"The goal is to make Basecamp, and the rest of our services, unavailable by flooding the network with bogus requests, so nothing legitimate can come through. This attack was launched together with a blackmail attempt that sought to have us pay to avoid this assault," Basecamp's David Heinemeier Hansson explained in a post on GitHub.
"Note that this attack targets the network link between our servers and the internet. All the data is safe and sound, but nobody is able to get to it as long as the attack is being successfully executed. This is like a bunch of people blocking the front door and not letting you into your house. The contents of your house are safe -- you just can’t get in until they get out of the way."
The company has refused to pay the attacker, and their investigation revealed that in the last few weeks, the same criminals have been mounting this type of attack against Fotolia, Meetup, GitHub, and many others.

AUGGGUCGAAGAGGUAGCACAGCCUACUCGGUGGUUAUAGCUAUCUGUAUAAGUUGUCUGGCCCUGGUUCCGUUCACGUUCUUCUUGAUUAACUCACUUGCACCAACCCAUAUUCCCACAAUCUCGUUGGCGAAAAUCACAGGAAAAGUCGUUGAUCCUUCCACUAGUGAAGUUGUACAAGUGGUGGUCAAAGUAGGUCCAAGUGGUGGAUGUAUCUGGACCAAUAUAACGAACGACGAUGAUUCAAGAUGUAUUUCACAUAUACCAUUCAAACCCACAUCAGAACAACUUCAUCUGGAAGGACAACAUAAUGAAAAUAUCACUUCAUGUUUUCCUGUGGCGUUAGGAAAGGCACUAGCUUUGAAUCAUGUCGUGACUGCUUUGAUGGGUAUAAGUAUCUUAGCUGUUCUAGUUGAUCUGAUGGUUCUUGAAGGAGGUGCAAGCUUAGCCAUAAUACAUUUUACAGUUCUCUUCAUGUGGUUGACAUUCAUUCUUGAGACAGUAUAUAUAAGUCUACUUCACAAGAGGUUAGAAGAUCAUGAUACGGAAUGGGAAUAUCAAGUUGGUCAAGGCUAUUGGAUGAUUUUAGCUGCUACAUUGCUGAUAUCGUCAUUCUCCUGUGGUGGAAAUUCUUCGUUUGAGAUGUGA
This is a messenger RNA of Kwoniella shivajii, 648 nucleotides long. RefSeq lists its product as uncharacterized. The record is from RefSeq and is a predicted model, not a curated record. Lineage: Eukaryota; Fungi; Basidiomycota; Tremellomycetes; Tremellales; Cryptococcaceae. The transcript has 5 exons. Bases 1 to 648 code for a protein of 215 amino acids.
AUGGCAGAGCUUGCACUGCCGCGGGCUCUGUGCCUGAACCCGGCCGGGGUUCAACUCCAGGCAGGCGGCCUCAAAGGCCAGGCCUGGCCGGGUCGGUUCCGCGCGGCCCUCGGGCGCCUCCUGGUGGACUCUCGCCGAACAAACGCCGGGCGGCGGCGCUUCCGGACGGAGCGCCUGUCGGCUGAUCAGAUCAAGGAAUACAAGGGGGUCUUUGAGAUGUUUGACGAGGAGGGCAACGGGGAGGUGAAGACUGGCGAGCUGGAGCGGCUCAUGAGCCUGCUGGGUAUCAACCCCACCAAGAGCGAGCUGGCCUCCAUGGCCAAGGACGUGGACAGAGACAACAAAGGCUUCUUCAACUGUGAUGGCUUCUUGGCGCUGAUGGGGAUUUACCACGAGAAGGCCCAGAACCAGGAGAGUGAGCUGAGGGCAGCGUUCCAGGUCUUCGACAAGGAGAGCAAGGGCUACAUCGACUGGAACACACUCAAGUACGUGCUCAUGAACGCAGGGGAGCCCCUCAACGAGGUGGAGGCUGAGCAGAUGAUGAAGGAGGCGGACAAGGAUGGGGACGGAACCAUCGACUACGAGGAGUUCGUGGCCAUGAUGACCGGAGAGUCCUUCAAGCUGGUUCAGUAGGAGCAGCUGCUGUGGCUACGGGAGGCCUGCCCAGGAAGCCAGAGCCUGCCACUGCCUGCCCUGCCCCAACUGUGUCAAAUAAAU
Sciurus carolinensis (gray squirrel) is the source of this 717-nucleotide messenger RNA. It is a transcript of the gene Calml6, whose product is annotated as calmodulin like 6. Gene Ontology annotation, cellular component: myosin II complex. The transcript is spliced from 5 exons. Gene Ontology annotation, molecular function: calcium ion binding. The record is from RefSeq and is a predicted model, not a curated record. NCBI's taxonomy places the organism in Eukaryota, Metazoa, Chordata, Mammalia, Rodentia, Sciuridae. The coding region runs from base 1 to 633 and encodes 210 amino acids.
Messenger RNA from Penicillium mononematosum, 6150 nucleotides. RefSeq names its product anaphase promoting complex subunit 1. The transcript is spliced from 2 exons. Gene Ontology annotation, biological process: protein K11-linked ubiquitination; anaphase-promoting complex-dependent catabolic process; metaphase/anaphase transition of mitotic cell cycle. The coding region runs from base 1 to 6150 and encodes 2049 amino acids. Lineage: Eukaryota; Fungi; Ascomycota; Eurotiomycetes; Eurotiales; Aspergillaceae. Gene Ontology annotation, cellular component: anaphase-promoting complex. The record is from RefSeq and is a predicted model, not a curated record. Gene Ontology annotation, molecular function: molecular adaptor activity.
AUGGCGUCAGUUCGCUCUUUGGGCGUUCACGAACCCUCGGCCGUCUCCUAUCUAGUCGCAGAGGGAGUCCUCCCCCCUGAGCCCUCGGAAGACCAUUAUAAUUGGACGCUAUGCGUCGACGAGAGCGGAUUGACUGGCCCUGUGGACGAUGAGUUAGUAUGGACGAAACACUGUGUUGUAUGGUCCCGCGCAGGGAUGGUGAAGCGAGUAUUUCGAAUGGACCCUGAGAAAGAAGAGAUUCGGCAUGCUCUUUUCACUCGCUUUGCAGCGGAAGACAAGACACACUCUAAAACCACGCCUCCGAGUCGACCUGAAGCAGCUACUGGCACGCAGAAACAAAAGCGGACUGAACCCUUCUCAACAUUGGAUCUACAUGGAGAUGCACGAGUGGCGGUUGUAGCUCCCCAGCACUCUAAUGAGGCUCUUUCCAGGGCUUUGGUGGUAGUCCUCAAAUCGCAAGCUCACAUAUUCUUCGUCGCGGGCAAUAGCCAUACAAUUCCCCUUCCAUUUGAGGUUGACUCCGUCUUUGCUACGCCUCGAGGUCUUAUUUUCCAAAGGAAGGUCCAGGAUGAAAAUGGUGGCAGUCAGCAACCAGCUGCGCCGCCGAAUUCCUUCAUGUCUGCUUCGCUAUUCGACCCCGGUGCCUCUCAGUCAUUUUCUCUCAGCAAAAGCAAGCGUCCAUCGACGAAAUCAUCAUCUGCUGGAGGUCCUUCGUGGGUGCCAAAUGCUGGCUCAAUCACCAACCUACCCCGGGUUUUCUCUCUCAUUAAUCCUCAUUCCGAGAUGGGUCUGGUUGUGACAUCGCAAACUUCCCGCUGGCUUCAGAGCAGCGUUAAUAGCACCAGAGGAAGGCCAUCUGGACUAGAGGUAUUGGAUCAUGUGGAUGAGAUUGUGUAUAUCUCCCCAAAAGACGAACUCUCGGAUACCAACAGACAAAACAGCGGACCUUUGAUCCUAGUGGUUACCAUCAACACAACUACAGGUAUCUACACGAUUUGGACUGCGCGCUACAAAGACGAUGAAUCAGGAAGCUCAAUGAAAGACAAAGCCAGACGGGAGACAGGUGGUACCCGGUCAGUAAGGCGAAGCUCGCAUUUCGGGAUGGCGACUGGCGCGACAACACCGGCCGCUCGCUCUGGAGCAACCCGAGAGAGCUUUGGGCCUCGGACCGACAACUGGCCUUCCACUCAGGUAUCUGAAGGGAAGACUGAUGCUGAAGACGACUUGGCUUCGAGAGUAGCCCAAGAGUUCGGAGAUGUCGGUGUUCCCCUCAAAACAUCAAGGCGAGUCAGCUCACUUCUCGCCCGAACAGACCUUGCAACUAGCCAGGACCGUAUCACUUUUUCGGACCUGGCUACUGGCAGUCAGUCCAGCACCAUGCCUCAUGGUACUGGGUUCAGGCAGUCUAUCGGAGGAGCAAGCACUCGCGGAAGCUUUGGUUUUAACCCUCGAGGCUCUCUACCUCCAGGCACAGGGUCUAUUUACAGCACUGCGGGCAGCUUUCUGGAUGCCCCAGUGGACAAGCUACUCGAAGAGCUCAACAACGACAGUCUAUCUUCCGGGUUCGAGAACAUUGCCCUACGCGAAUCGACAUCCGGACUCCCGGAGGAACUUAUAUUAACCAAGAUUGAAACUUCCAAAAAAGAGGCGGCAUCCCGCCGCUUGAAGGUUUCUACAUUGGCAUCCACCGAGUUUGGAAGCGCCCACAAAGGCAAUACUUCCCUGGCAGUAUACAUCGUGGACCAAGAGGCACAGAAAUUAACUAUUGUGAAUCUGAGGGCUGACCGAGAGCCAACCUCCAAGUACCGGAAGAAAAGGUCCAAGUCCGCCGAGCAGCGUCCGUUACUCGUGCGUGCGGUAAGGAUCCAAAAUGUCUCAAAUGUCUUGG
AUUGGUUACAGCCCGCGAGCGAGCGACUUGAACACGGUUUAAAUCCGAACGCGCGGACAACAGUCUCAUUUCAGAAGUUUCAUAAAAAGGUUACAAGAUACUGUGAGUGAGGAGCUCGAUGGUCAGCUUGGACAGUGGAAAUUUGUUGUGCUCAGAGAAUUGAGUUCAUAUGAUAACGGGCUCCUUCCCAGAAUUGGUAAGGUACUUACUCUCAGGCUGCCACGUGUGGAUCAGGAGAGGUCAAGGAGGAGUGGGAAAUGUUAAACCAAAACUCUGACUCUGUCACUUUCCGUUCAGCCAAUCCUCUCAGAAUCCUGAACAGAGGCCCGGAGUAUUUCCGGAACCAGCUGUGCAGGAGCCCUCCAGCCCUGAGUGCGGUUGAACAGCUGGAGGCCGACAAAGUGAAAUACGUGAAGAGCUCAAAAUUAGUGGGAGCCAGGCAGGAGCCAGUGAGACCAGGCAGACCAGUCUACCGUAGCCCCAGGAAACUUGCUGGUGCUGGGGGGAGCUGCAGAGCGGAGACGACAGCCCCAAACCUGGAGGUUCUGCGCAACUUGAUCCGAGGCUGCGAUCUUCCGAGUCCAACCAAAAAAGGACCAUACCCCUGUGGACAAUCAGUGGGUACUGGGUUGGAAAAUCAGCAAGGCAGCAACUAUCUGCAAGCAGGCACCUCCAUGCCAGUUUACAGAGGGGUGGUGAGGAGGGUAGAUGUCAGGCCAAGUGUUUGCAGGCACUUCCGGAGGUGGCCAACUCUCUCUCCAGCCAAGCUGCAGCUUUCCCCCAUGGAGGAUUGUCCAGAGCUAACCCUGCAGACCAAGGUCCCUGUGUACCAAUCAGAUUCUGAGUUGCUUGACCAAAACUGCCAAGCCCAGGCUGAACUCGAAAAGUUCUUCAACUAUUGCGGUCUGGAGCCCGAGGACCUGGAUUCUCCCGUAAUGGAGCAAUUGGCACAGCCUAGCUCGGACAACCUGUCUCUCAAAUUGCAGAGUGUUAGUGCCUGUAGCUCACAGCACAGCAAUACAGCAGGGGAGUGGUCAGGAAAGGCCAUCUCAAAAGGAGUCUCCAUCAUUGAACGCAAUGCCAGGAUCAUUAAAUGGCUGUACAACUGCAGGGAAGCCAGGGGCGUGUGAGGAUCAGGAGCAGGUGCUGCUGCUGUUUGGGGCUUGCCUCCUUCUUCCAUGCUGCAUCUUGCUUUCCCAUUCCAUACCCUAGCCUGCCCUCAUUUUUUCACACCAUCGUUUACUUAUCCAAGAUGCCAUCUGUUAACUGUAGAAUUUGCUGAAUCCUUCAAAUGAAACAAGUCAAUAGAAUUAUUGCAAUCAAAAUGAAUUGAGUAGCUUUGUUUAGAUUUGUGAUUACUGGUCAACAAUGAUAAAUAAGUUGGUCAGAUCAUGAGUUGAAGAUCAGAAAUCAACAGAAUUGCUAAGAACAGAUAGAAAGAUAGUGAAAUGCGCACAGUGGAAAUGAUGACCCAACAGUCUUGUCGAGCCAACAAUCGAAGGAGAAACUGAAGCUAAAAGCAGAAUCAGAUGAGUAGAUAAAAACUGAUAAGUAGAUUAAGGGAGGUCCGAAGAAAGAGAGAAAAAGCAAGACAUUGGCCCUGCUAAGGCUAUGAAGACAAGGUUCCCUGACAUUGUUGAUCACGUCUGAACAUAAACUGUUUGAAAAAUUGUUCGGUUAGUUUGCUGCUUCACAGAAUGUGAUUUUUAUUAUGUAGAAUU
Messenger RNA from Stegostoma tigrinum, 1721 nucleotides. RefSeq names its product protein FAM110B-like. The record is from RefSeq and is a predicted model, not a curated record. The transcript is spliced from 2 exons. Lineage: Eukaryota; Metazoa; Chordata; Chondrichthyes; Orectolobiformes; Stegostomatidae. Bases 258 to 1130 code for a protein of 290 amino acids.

"We've pooled our law enforcement efforts with the other victims now, and are working with the same agent on the case. While tracking down these criminals is notoriously hard, we'll do our very best to bring them to justice," he said, and added that in most cases, the blackmail note came from an address matching the pattern firstname.lastname@example.org.
The attack has currently slowed down considerably, and most of the company's services can be accessed by users.
Still, that doesn't mean that the attackers won't resume it. "Other victims have told us about how the attacker would take a break, and then try again later with a different method," he shared. The initial attack reached 20Gbps, but according to earlier victims, the attackers can do even better than that.
Hansson says that 95 percent of all the customers can now access the services, but that their servers "are straining a wee bit under the massive load of pent-up demand," so they can expect some slowdown.
"Unless the attack resumes, we'll post a complete postmortem within 48 hours," he concluded.